I find it really useful for all kinds of different local reviews, particularly related to entertainment, food and services resources. My search typically triangulates from the root Google search that gives me a few different options in one category and then a couple of different review sources. Inevitably Yelp, which has done a good job on SEO, shows up in that list of informed content sources.
What isn’t there is the Yellow Pages. They don’t come up high in the Google search, typically, and if they do, they certainly don’t have much incremental information.
It’s easy to focus on the challenges of execution that Yelp, or any of these review-based products, face. But the long view shows us that consumers have more opportunity and more incentive to access a product like Yelp during a search than than do a product like the Yellow Pages. Assuming that Google has become a de-facto directory, and that the content pages under Google become the next element of the search, generating information that helps to define and delineate the choices, then a dynamic content-driven product will have more value than a static, listings driven product.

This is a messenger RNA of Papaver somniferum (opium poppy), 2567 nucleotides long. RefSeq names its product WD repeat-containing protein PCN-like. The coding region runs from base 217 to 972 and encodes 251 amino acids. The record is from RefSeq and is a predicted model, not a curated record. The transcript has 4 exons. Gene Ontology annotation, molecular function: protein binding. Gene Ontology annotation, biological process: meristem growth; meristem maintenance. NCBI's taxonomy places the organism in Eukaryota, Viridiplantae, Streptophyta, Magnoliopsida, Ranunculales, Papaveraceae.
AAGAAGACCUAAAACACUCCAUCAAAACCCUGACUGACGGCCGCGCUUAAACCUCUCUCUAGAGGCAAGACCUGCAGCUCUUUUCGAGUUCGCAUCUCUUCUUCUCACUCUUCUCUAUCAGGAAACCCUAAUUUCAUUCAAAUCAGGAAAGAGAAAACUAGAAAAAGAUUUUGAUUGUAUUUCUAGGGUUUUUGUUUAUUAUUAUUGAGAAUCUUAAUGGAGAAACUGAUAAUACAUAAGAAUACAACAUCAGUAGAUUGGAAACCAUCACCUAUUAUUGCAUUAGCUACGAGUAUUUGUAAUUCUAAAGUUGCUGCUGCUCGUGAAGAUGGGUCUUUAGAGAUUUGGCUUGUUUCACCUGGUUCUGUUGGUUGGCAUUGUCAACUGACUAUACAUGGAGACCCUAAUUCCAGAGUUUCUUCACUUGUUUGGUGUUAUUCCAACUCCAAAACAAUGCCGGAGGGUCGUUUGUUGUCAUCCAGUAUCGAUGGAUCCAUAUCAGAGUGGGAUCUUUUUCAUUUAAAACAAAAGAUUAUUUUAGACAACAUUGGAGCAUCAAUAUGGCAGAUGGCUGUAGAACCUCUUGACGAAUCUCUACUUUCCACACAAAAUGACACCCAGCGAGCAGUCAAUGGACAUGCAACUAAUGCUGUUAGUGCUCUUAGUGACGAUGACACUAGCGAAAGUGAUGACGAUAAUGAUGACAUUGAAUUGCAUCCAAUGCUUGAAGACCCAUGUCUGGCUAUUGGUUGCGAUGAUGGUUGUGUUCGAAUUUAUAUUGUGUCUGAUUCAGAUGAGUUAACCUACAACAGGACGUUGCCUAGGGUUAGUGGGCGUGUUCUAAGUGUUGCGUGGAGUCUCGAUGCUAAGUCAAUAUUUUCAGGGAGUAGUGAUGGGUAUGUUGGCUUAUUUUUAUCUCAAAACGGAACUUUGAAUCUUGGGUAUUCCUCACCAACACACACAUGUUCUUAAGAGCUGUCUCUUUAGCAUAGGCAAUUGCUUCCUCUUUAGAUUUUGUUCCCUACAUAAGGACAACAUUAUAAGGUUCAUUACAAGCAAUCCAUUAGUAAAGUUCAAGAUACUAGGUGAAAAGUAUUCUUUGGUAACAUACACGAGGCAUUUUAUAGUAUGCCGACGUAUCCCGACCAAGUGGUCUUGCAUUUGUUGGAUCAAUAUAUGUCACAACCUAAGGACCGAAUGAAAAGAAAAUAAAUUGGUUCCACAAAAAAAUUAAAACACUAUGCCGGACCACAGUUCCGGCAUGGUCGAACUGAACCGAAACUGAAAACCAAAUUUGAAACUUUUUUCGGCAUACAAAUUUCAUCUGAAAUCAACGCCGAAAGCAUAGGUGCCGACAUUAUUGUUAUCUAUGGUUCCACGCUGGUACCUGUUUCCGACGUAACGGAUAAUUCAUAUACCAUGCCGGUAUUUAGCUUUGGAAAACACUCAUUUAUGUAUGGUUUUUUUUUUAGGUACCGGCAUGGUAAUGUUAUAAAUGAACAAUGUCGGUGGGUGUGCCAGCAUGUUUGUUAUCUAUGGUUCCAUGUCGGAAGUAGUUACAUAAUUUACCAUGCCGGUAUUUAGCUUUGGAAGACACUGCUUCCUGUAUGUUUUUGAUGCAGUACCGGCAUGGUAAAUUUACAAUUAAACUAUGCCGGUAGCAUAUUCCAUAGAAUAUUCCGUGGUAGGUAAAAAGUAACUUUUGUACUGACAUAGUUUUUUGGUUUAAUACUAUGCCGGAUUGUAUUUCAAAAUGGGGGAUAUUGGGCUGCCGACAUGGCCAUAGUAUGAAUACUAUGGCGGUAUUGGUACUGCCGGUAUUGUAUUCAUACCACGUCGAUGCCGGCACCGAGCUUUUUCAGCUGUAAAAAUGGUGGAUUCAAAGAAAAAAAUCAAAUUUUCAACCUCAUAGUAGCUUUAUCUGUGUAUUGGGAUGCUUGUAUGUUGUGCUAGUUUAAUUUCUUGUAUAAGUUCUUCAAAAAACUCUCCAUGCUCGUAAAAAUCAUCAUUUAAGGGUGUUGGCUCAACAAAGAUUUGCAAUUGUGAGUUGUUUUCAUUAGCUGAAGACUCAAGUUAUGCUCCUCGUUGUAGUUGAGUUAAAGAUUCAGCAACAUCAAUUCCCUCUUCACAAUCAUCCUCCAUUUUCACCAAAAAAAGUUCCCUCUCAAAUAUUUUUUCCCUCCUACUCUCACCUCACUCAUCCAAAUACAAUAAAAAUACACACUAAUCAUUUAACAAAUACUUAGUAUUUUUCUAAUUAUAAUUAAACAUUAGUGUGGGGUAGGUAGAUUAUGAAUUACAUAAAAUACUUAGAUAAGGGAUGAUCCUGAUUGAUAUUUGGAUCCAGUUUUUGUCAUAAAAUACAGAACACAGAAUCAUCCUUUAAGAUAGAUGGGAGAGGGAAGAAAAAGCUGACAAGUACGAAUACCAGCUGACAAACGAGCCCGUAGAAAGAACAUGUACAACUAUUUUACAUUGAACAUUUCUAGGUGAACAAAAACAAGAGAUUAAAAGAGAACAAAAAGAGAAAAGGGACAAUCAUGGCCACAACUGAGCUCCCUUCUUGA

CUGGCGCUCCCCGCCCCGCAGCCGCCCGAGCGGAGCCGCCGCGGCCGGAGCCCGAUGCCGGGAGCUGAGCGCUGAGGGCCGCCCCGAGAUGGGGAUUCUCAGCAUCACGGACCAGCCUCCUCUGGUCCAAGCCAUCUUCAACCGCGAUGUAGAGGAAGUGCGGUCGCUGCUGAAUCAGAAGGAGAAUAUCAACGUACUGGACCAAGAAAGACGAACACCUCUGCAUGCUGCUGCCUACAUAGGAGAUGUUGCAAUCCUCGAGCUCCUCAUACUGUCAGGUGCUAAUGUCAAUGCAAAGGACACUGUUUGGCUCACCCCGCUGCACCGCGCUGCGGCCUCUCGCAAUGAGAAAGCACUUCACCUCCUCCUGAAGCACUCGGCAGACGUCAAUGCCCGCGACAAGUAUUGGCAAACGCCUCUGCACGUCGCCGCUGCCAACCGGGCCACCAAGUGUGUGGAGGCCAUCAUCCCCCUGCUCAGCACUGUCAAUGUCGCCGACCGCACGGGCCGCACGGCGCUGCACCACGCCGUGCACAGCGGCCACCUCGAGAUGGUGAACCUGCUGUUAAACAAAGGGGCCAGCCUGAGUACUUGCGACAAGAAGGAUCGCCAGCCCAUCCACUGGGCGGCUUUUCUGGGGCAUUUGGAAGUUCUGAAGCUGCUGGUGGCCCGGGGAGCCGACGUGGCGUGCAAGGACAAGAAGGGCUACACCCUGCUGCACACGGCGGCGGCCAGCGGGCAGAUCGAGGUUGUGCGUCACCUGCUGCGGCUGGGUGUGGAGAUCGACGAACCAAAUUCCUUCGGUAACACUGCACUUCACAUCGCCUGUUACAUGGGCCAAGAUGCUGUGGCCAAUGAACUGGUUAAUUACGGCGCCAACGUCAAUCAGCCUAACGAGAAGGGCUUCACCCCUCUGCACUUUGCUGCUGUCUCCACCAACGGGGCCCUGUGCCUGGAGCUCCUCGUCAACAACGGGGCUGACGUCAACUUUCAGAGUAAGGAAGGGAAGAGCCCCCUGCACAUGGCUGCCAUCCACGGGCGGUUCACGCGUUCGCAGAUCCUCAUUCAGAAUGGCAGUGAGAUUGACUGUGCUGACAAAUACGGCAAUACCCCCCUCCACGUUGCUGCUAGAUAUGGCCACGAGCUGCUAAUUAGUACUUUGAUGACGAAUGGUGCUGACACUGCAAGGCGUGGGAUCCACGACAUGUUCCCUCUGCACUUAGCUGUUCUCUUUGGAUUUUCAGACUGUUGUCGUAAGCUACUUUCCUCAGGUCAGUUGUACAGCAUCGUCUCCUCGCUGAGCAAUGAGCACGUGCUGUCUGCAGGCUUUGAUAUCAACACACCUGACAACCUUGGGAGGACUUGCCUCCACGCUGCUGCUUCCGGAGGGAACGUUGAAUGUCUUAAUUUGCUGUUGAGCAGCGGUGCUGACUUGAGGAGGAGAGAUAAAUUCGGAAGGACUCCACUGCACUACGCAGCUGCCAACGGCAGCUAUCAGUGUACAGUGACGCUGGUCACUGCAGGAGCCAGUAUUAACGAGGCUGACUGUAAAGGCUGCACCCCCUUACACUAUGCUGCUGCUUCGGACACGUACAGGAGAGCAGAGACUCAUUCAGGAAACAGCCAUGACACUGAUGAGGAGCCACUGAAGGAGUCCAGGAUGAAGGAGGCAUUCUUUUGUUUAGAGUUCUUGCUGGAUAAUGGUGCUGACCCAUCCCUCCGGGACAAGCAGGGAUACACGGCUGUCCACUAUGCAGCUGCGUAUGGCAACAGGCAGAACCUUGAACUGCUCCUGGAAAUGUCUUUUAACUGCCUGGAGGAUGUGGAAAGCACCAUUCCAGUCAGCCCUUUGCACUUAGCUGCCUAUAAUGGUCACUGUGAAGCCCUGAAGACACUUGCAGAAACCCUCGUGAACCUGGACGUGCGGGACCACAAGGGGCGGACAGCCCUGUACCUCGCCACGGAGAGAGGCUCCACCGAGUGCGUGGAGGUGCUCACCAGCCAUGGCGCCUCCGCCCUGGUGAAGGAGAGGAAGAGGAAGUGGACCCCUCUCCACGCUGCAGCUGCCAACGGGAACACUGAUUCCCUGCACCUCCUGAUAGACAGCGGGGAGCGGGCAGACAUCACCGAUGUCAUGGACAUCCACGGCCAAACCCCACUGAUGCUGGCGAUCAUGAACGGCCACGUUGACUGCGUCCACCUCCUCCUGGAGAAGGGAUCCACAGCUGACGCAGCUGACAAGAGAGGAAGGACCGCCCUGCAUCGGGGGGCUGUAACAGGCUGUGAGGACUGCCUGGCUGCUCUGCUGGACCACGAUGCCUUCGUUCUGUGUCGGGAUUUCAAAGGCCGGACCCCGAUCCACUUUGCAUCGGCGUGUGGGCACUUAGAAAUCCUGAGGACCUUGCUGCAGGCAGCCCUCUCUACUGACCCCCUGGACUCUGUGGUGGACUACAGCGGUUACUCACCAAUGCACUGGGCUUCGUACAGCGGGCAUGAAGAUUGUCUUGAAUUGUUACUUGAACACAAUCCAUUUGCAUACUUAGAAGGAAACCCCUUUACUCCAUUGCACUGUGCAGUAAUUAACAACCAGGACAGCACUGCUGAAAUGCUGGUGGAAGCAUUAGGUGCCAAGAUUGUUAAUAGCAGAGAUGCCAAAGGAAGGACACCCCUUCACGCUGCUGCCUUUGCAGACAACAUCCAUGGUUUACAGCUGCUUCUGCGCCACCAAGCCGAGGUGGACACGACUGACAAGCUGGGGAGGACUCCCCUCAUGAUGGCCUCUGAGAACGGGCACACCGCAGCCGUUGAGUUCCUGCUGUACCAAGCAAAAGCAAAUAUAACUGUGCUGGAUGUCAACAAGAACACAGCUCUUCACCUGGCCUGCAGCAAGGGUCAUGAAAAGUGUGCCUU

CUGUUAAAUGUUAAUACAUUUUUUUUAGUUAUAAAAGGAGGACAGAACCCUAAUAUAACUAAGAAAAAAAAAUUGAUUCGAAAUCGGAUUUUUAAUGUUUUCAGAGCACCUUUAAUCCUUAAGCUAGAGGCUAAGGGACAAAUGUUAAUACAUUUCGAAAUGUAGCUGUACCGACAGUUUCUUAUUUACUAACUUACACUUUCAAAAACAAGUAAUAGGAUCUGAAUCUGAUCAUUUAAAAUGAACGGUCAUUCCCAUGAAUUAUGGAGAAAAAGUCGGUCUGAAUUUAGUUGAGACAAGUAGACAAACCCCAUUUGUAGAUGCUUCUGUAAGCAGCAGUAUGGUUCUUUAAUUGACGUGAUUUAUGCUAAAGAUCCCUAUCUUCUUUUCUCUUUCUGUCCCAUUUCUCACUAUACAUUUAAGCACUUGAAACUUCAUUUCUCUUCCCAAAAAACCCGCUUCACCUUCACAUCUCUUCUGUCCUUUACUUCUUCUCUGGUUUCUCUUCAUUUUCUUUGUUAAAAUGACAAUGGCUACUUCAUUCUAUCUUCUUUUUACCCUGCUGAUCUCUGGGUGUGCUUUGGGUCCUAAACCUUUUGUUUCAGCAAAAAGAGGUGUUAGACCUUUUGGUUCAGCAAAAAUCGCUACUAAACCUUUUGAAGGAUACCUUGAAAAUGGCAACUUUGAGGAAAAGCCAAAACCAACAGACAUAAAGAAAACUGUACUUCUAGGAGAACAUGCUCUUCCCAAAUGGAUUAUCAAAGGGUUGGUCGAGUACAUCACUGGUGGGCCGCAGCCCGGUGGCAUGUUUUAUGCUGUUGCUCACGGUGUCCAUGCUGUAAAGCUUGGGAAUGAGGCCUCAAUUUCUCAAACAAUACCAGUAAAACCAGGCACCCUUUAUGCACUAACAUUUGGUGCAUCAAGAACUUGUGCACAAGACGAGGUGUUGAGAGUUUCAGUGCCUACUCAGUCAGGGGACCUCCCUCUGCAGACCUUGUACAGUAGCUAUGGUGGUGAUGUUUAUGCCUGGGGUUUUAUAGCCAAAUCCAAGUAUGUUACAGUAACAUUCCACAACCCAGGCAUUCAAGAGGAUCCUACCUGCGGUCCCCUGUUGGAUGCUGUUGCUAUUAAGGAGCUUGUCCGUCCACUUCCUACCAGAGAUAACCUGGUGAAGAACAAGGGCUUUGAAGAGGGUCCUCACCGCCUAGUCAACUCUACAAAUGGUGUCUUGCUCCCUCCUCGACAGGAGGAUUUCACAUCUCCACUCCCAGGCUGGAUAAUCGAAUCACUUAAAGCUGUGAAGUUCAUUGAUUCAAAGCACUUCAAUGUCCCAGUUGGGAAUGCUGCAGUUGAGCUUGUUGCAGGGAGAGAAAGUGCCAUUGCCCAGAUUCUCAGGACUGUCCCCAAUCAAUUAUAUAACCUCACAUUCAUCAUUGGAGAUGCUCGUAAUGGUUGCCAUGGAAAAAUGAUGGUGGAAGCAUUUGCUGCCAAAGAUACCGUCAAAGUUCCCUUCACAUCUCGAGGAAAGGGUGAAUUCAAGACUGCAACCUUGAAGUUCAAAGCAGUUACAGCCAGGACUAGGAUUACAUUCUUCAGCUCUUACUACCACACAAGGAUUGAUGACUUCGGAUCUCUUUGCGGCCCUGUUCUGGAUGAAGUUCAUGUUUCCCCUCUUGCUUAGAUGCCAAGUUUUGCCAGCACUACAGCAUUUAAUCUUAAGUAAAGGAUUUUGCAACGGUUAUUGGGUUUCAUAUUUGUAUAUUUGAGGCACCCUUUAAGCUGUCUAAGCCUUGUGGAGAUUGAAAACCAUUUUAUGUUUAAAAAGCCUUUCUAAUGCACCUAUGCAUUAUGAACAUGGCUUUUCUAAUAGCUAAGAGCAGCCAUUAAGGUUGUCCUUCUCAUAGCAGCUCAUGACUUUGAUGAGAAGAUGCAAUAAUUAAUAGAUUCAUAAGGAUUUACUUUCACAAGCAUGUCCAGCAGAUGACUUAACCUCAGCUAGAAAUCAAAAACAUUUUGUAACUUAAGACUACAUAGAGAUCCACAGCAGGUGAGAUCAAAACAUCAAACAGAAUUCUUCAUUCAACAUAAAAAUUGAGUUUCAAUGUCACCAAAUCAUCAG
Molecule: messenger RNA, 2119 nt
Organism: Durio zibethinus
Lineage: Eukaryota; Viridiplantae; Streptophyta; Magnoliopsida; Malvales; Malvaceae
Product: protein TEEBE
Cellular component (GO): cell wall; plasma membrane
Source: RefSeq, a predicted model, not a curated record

Add in that a company like Yelp has a more forgiving capital structure, a value creation arc that is still on the upswing, and that the Yellow Pages companies have a embedded cost structure that drives much of its pricing and economic decisions, and it feels like a pretty smooth market transition is underway.